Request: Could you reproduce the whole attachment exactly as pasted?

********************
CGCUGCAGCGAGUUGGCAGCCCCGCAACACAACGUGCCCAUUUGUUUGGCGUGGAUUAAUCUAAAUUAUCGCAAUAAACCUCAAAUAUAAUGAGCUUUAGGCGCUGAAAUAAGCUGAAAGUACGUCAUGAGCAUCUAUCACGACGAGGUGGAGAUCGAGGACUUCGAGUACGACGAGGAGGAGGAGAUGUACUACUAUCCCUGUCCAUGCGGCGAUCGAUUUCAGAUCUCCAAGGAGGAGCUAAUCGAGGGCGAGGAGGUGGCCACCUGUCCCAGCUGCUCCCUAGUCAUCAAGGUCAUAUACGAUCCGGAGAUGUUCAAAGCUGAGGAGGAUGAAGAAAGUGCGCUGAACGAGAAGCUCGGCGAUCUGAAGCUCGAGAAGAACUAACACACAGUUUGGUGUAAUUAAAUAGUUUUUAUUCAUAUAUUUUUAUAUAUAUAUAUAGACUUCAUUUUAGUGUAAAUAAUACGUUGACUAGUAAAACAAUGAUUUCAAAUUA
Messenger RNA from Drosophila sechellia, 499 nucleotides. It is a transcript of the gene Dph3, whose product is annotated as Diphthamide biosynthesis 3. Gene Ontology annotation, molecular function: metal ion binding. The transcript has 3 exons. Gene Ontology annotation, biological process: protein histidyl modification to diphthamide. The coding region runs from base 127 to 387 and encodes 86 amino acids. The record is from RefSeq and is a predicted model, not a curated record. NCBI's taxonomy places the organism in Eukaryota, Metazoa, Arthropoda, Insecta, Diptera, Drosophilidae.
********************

CGCUGCAGCGAGUUGGCAGCCCCGCAACACAACGUGCCCAUUUGUUUGGCGUGGAUUAAUCUAAAUUAUCGCAAUAAACCUCAAAUAUAAUGAGCUUUAGGCGCUGAAAUAAGCUGAAAGUACGUCAUGAGCAUCUAUCACGACGAGGUGGAGAUCGAGGACUUCGAGUACGACGAGGAGGAGGAGAUGUACUACUAUCCCUGUCCAUGCGGCGAUCGAUUUCAGAUCUCCAAGGAGGAGCUAAUCGAGGGCGAGGAGGUGGCCACCUGUCCCAGCUGCUCCCUAGUCAUCAAGGUCAUAUACGAUCCGGAGAUGUUCAAAGCUGAGGAGGAUGAAGAAAGUGCGCUGAACGAGAAGCUCGGCGAUCUGAAGCUCGAGAAGAACUAACACACAGUUUGGUGUAAUUAAAUAGUUUUUAUUCAUAUAUUUUUAUAUAUAUAUAUAGACUUCAUUUUAGUGUAAAUAAUACGUUGACUAGUAAAACAAUGAUUUCAAAUUA
Messenger RNA from Drosophila sechellia, 499 nucleotides. It is a transcript of the gene Dph3, whose product is annotated as Diphthamide biosynthesis 3. Gene Ontology annotation, molecular function: metal ion binding. The transcript has 3 exons. Gene Ontology annotation, biological process: protein histidyl modification to diphthamide. The coding region runs from base 127 to 387 and encodes 86 amino acids. The record is from RefSeq and is a predicted model, not a curated record. NCBI's taxonomy places the organism in Eukaryota, Metazoa, Arthropoda, Insecta, Diptera, Drosophilidae.